The White House has announced its plan to grant waivers of the provisions of No Child Left Behind (NCLB) to states that agree to put in place the education reforms favored by the administration. Thus states that agree, for example, to adopt the Common Core state standards for what students should learn and to evaluate teachers for tenure based on student test gains will be freed from the consequences facing schools that fail to meet adequate yearly progress goals under NCLB. The reforms the administration seeks as a condition of granting waivers are the same that it put forward in its Blueprint for reauthorizing NCLB, and that it advanced in its Race to the Top competition using the $5 billion in discretionary funds made available to it by Congress under the Stimulus Act.
There is no question that schools are being over-identified by NCLB as requiring intervention. Whether the proportion is the hyperbolic 80% predicted by Secretary Duncan or half that, as seems more likely, states and districts cannot handle that many schools being branded as needing improvement, either administratively or politically. Something needs to be done if the whole accountability system isn’t to be seen as a joke and its provisions widely flaunted. If Congress won’t or can’t act, then it is reasonable for the administration to indicate that it invites waiver requests. NCLB clearly grants the secretary of education the authority to grant waiver requests from states that can successfully propose alternative means of improving the quality of instruction and enhancing student achievement.
It is one thing for an administration to grant waivers to states to respond to unrealistic conditions on the ground or to allow experimentation and innovation. Similar waiver authority has been used to advance welfare and Medicaid reform going back to the Reagan administration, and to allow a few districts and states to experiment at the margins of NCLB in the Bush administration. It is quite another thing to grant state waivers conditional on compliance with a particular reform agenda that is dramatically different from existing law. The NCLB waiver authority does not grant the secretary of education the right to impose any conditions he considers appropriate on states seeking waivers, nor is there any history of such a wholesale executive branch rewrite of federal law through use of the waiver authority.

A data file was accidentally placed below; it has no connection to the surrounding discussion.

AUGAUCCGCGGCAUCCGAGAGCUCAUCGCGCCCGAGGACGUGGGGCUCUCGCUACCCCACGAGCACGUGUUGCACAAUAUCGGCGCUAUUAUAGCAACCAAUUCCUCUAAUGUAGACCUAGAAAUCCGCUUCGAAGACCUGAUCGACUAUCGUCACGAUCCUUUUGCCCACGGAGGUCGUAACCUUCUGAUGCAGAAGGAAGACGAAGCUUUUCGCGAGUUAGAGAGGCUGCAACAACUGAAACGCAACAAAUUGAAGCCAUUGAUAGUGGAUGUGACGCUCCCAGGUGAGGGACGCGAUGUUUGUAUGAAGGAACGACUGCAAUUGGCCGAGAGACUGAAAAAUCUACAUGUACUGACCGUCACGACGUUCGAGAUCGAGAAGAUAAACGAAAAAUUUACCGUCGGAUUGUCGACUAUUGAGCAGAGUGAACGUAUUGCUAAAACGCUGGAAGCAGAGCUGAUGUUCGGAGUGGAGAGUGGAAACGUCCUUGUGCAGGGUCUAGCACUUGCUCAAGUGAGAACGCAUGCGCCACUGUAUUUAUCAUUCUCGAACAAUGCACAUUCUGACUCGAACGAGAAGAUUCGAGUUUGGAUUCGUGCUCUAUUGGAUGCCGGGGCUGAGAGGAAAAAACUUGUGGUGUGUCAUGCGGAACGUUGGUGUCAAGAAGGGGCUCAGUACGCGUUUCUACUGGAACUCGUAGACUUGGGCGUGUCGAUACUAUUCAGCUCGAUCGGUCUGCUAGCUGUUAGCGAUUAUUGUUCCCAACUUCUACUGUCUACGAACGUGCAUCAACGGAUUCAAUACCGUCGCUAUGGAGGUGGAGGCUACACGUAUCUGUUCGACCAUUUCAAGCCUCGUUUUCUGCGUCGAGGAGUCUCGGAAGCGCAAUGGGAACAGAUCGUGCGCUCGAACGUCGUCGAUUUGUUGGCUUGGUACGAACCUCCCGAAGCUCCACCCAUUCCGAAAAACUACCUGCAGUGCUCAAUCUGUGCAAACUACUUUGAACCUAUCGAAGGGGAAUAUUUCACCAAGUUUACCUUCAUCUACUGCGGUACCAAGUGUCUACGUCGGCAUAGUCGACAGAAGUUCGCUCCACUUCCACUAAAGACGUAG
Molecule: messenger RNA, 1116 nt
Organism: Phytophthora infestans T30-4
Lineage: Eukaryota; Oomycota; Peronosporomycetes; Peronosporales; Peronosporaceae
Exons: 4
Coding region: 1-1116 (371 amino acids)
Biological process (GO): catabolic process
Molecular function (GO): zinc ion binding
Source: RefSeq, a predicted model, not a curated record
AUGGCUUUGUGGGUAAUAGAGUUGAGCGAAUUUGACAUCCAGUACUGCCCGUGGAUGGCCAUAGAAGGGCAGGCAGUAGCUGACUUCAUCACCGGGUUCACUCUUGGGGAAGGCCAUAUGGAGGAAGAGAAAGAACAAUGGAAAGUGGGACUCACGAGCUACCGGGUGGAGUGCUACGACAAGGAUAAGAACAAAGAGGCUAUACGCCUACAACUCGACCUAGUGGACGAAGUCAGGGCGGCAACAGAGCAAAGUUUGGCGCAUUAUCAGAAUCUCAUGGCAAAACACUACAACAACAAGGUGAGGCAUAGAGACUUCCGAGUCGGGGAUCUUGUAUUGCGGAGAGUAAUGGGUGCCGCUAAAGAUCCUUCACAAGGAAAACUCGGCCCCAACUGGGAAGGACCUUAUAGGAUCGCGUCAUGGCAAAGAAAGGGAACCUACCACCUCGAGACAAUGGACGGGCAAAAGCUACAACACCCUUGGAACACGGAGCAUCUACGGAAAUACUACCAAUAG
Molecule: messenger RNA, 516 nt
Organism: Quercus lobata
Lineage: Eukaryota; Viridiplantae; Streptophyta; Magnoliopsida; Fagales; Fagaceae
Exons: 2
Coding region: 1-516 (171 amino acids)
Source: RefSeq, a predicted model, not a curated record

The administration is surely counting on the support of the congressional delegations of individual states to support the waiver request from their state. And with the majority of states likely to submit waiver requests, the administration may well have the political clout it needs to overcome the ire of key committee chairs whose authority to legislate has been undercut.
If you’re a fan of greater presidential control of education (and domestic policy in general), it’s celebration time. If you like the separation of powers or thought that the reauthorization of NCLB might be an opportunity to put more control of schooling in the hands of parents at the expense of district, state, and federal bureaucracies, this is not your party.